what we're about

Attempts to illuminate our brief mortal existence

Monday, November 1, 2010


I wrote this Saturday evening.

I've felt a little embattled and unstable recently. Today I did two things that seem to have helped restore my balance: I sang with the choir at a funeral, and I finished The Blue Sword by Robin McKinley.

The service this morning was in memory and thanksgiving of the life of Reid Nolte, a man who I didn't know at all (but wish I had, having heard and read what others had to say about him), so the effect had nothing to do with personal connection, and everything to do with the liturgy we sang, read, and heard. The hymns and some of the prayers especially pointed to the ultimate stability of our life in Christ. I was reminded that what we see is not all there is, that death – which looks so much like defeat – is really victory, that I am one of a great unity of all those who have ever followed Christ, and that the end of our struggle is already guaranteed. Someday, my sight will be clear and there will be rest and victory.

I have read The Blue Sword at least half-a-dozen times since discovering it in my teens. It is a companion book to The Hero and the Crown, which was written second but stands chronologically first. The Blue Sword tells the tale of Harry (Angharad) Crewe, a twice displaced woman. First – following the death of her parents – her brother relocates her to the military outpost where he is stationed, on the very border of the Homeland empire. Second, and inexplicably, she is kidnapped into the life of the Hillfolk on the other side of that border. At it's root, the story is one of a life snatched from it's expected trajectory and set inexorably on another course, pushed and pulled by an insistent Fate whose guiding mechanisms are persistent but not always clear. Harry eventually makes a sort of peace with the forces using her, her blood, and the Gifts it has given that she didn't ask for, but in the process she spends a lot of time dazed, confused, and resentful. Harry gives me hope because in the middle of her confusion, stubbornness and pride she keeps putting one foot in front of the other. She reminds me that it's all I can do, actually – make the next right choice.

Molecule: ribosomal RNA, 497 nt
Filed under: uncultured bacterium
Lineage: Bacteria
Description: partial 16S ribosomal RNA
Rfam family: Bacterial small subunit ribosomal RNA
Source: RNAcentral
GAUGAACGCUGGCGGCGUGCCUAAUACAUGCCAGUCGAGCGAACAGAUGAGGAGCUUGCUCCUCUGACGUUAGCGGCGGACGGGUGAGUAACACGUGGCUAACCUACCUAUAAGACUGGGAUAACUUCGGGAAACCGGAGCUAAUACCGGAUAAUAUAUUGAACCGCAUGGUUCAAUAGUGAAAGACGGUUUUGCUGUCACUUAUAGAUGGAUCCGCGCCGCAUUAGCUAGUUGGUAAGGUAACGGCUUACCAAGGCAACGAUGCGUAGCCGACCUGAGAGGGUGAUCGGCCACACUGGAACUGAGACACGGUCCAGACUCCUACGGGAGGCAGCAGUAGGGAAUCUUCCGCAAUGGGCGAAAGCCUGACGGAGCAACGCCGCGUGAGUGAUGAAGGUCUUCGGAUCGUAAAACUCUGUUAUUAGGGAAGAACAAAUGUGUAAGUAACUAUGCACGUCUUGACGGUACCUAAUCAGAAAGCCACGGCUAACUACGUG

The pattern is much bigger than my life, what I've been given is what I need, and the end is already assured. Today, that was enough.

What reminds you of the stable base to life?

1 comment:

  1. Stopping all my panicked scrabbling throughout my university day and meeting with my prayer group on campus. Nothing is more grounding then denying my anxiety about whatever essay or project is due and meeting with friends at Jesus' feet.